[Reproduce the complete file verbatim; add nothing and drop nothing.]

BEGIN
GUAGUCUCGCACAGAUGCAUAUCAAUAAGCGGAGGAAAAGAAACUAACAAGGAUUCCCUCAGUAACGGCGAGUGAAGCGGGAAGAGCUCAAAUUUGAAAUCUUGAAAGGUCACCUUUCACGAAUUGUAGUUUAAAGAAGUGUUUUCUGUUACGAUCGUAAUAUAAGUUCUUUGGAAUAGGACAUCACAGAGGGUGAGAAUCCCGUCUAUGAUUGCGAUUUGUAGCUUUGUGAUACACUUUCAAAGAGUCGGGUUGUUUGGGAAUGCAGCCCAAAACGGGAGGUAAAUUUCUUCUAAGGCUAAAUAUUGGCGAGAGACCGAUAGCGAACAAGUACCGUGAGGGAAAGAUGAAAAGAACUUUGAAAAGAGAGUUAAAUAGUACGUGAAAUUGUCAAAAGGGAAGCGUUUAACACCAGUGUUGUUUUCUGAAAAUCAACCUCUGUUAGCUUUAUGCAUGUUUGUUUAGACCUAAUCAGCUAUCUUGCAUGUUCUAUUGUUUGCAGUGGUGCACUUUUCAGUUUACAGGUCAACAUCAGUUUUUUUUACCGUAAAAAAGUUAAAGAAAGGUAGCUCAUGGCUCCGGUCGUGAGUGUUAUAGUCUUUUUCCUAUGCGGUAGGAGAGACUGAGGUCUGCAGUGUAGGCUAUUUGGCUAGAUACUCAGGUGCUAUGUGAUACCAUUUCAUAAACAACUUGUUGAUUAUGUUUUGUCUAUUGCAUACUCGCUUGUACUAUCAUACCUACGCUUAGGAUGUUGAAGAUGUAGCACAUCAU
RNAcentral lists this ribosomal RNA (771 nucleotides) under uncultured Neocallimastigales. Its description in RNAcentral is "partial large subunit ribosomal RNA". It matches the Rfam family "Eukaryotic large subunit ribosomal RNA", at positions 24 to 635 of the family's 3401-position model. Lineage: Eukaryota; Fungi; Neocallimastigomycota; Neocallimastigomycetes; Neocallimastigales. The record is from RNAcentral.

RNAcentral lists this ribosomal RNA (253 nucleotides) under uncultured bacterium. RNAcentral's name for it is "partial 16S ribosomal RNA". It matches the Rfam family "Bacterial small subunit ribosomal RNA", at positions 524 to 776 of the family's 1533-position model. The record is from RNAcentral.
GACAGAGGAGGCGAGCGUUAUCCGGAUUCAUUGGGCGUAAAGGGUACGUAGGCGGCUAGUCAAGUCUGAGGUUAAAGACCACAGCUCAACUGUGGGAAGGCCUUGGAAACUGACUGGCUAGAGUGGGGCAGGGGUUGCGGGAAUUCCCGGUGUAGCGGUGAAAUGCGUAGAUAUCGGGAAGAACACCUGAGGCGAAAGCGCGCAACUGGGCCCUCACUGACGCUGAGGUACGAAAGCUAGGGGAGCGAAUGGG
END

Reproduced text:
GUAGUCUCGCACAGAUGCAUAUCAAUAAGCGGAGGAAAAGAAACUAACAAGGAUUCCCUCAGUAACGGCGAGUGAAGCGGGAAGAGCUCAAAUUUGAAAUCUUGAAAGGUCACCUUUCACGAAUUGUAGUUUAAAGAAGUGUUUUCUGUUACGAUCGUAAUAUAAGUUCUUUGGAAUAGGACAUCACAGAGGGUGAGAAUCCCGUCUAUGAUUGCGAUUUGUAGCUUUGUGAUACACUUUCAAAGAGUCGGGUUGUUUGGGAAUGCAGCCCAAAACGGGAGGUAAAUUUCUUCUAAGGCUAAAUAUUGGCGAGAGACCGAUAGCGAACAAGUACCGUGAGGGAAAGAUGAAAAGAACUUUGAAAAGAGAGUUAAAUAGUACGUGAAAUUGUCAAAAGGGAAGCGUUUAACACCAGUGUUGUUUUCUGAAAAUCAACCUCUGUUAGCUUUAUGCAUGUUUGUUUAGACCUAAUCAGCUAUCUUGCAUGUUCUAUUGUUUGCAGUGGUGCACUUUUCAGUUUACAGGUCAACAUCAGUUUUUUUUACCGUAAAAAAGUUAAAGAAAGGUAGCUCAUGGCUCCGGUCGUGAGUGUUAUAGUCUUUUUCCUAUGCGGUAGGAGAGACUGAGGUCUGCAGUGUAGGCUAUUUGGCUAGAUACUCAGGUGCUAUGUGAUACCAUUUCAUAAACAACUUGUUGAUUAUGUUUUGUCUAUUGCAUACUCGCUUGUACUAUCAUACCUACGCUUAGGAUGUUGAAGAUGUAGCACAUCAU
RNAcentral lists this ribosomal RNA (771 nucleotides) under uncultured Neocallimastigales. Its description in RNAcentral is "partial large subunit ribosomal RNA". It matches the Rfam family "Eukaryotic large subunit ribosomal RNA", at positions 24 to 635 of the family's 3401-position model. Lineage: Eukaryota; Fungi; Neocallimastigomycota; Neocallimastigomycetes; Neocallimastigales. The record is from RNAcentral.

RNAcentral lists this ribosomal RNA (253 nucleotides) under uncultured bacterium. RNAcentral's name for it is "partial 16S ribosomal RNA". It matches the Rfam family "Bacterial small subunit ribosomal RNA", at positions 524 to 776 of the family's 1533-position model. The record is from RNAcentral.
GACAGAGGAGGCGAGCGUUAUCCGGAUUCAUUGGGCGUAAAGGGUACGUAGGCGGCUAGUCAAGUCUGAGGUUAAAGACCACAGCUCAACUGUGGGAAGGCCUUGGAAACUGACUGGCUAGAGUGGGGCAGGGGUUGCGGGAAUUCCCGGUGUAGCGGUGAAAUGCGUAGAUAUCGGGAAGAACACCUGAGGCGAAAGCGCGCAACUGGGCCCUCACUGACGCUGAGGUACGAAAGCUAGGGGAGCGAAUGGG